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Lookup NU author(s): Gillian Hardman,
Professor Andrew FisherORCiD,
Professor John Dark
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Copyright © 2020. Published by Elsevier Inc.PURPOSE: The number of potential donors after circulatory death (DCD) in the UK is increasing. DCD lung transplantation commenced in the UK in 2002 and is performed in 5 UK lung transplant centres. The aim of this study is to review the UK experience in lung utilisation and transplantation in DCD lung transplant. METHODS: Data on all adult lung offers (where at least 1 solid organ was donated) and transplants performed in the UK, between December 2002 and December 2018 were obtained from the UK Donor and UK Transplant Registries. Data were grouped by donor type, DCD or DBD. Donor and recipient characteristics and outcomes were compared between groups using the Wilcoxon, Chi-squared or log-rank tests as appropriate. RESULTS: There were 10993 organ donors who had lungs offered during the analysis period, of which 2095 (19%) were DCD. A total of 2571 adult lung transplants were performed, 316 (12%) of which were DCD. Both the number of potential lung DCD donors and the number of DCD lung transplants have increased over time. The proportion of DCD lung transplants in the UK has increased from 9% in 2008 to 21% in 2018. Utilisation for DCD lung offers is 15%, ranging from 10-17% each year. Utilisation for DBD donors during the period of analysis was 25%. There was no significant difference in donor age. In univariate analysis, DCD had significantly longer ischaemic times (7.1 hours vs 5.6 hours p=<0.0001) and more male donors (p=0.0020). Ex-vivo lung perfusion was used in 5% of DCD transplants. There was no significant difference in recipient age or recipient diagnosis. There were more urgent and super-urgent recipients in the DCD group (2.8% vs 4% p=0.048). There was a significant difference in unadjusted short-term survival, with 30-day survival of 90% in the DCD group and 94% in the DBD (p=0.0079), and 90-day survival of 86.2% in the DCD group and 89% in the DBD group (p=0.0337). Survival at 1-, 3- and 5-years was comparable. CONCLUSION: The number of potential DCD lung donors and the number of DCD lung transplants in the UK have increased exponentially since 2002. DCD lung transplants now account for 21% of UK lung transplant activity. Previous analysis of the UK DCD experience had shown comparable early and 1-year outcomes. Further analysis is required to understand significant differences in early survival for DCD lung recipients in the UK.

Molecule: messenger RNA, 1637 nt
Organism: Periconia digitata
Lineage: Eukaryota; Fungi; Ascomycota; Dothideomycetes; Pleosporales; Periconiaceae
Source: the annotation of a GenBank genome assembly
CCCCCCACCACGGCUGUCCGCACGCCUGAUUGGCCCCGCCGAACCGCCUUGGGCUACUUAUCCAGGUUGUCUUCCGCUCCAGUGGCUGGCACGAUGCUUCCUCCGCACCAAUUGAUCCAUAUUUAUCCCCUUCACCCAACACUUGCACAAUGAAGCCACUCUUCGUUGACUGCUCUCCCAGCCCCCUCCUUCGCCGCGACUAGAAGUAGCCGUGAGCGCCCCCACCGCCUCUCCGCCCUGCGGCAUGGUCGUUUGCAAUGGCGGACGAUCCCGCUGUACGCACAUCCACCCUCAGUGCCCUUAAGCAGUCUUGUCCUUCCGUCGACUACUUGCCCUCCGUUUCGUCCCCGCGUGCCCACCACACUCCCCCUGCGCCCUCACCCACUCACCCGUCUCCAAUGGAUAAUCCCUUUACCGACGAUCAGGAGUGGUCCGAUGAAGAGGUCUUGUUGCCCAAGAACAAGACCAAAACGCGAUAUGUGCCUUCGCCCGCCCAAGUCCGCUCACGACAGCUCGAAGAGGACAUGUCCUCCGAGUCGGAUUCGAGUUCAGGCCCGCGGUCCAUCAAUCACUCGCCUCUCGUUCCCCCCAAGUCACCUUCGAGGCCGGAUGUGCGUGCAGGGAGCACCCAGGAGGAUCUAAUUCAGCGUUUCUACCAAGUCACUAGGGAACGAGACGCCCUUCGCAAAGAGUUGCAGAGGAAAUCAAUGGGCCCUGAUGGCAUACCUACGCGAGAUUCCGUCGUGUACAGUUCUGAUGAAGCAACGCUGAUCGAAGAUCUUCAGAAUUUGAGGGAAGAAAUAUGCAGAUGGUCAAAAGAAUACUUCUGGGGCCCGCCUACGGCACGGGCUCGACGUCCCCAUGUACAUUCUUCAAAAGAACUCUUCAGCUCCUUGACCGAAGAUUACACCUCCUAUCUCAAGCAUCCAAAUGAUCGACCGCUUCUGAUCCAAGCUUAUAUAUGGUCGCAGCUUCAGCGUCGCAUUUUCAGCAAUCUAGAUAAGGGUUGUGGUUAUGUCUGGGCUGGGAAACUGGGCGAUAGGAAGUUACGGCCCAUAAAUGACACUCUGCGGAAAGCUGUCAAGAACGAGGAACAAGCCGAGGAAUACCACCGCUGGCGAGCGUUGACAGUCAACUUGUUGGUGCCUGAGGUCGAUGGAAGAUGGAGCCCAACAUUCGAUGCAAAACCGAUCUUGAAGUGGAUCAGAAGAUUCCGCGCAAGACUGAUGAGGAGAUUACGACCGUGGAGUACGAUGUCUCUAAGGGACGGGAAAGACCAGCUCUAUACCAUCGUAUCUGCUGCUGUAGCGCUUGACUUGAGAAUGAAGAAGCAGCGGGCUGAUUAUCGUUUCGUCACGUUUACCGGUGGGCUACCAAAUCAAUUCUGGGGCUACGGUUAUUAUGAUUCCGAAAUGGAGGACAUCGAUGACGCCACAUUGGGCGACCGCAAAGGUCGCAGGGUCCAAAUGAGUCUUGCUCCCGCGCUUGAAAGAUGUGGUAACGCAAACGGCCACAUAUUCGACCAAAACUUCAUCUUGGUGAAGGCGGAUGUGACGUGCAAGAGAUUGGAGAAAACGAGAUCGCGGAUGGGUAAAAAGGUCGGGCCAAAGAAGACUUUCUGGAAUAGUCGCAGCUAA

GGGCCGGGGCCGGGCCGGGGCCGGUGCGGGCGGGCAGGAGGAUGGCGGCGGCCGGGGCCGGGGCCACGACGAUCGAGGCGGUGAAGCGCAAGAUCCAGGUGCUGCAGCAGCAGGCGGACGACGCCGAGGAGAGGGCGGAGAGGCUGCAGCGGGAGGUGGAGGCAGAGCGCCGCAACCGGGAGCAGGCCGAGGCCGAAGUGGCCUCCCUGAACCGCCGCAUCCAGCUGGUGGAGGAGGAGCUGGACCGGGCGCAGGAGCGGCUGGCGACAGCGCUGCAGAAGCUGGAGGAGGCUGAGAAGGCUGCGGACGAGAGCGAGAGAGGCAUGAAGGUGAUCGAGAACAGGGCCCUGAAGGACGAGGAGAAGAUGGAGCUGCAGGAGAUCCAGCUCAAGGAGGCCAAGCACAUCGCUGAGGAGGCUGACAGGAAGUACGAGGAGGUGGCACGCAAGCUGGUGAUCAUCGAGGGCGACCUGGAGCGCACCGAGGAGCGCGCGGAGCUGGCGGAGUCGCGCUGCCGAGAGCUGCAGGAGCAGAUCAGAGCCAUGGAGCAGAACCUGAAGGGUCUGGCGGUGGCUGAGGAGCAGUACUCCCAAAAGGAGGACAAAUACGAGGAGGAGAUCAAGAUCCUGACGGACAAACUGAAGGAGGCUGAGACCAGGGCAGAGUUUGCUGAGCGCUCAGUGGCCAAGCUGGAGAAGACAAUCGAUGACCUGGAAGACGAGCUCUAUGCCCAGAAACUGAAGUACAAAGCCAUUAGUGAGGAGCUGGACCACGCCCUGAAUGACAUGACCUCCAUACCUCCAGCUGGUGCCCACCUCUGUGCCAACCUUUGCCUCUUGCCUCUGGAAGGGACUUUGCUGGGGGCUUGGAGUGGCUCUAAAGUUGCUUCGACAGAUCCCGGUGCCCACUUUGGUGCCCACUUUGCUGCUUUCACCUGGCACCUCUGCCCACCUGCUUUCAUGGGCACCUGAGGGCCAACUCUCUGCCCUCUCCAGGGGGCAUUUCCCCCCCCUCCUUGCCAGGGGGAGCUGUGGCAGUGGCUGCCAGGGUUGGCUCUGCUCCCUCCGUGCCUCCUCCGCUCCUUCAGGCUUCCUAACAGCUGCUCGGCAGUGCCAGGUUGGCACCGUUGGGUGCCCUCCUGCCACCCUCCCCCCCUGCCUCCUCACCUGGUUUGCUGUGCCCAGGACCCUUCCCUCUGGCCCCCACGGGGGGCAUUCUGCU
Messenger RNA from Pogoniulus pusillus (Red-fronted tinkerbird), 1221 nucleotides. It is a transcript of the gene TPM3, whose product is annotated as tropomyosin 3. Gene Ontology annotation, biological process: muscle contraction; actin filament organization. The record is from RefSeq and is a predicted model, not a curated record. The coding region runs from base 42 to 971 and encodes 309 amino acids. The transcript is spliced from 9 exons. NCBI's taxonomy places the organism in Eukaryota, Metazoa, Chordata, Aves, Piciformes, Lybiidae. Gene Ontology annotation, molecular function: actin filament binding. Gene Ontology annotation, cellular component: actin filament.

Author(s): Hardman G, Hogg R, Rushton S, Booth K, Fisher AJ, Dark JH
Publication type: Article
Publication status: Published
Journal: The Journal of Heart and Lung Transplantation
Print publication date: 01/04/2020
Acceptance date: 02/04/2016
ISSN (print): 1053-2498
ISSN (electronic): 1557-3117
PubMed id: 32464889
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